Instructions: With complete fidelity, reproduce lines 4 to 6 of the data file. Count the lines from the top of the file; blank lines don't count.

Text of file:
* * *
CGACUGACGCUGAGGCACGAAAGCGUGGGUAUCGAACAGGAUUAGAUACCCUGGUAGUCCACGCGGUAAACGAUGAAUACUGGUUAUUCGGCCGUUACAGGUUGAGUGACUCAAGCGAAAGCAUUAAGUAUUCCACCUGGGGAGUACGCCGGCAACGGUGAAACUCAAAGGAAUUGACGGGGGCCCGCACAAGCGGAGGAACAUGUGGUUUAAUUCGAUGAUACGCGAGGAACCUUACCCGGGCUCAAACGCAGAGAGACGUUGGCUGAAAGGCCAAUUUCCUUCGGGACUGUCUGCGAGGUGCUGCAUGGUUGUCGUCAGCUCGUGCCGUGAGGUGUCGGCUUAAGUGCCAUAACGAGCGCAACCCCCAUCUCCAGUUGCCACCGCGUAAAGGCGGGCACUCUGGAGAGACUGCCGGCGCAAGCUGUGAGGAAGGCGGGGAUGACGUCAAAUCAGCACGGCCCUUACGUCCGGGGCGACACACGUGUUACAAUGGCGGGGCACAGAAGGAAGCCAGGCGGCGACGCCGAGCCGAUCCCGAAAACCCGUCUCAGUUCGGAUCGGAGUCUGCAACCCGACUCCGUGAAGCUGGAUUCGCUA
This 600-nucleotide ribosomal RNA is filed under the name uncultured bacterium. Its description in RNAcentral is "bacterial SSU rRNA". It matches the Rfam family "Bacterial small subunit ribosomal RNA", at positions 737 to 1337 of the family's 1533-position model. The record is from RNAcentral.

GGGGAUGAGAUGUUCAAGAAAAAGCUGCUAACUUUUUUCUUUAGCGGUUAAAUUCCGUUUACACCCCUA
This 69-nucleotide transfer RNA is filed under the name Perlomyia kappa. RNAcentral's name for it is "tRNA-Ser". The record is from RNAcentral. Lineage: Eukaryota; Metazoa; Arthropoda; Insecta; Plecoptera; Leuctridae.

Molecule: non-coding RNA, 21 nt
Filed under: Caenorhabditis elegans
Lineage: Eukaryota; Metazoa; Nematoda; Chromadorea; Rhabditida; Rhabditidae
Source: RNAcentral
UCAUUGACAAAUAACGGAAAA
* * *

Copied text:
This 69-nucleotide transfer RNA is filed under the name Perlomyia kappa. RNAcentral's name for it is "tRNA-Ser". The record is from RNAcentral. Lineage: Eukaryota; Metazoa; Arthropoda; Insecta; Plecoptera; Leuctridae.

Molecule: non-coding RNA, 21 nt
Filed under: Caenorhabditis elegans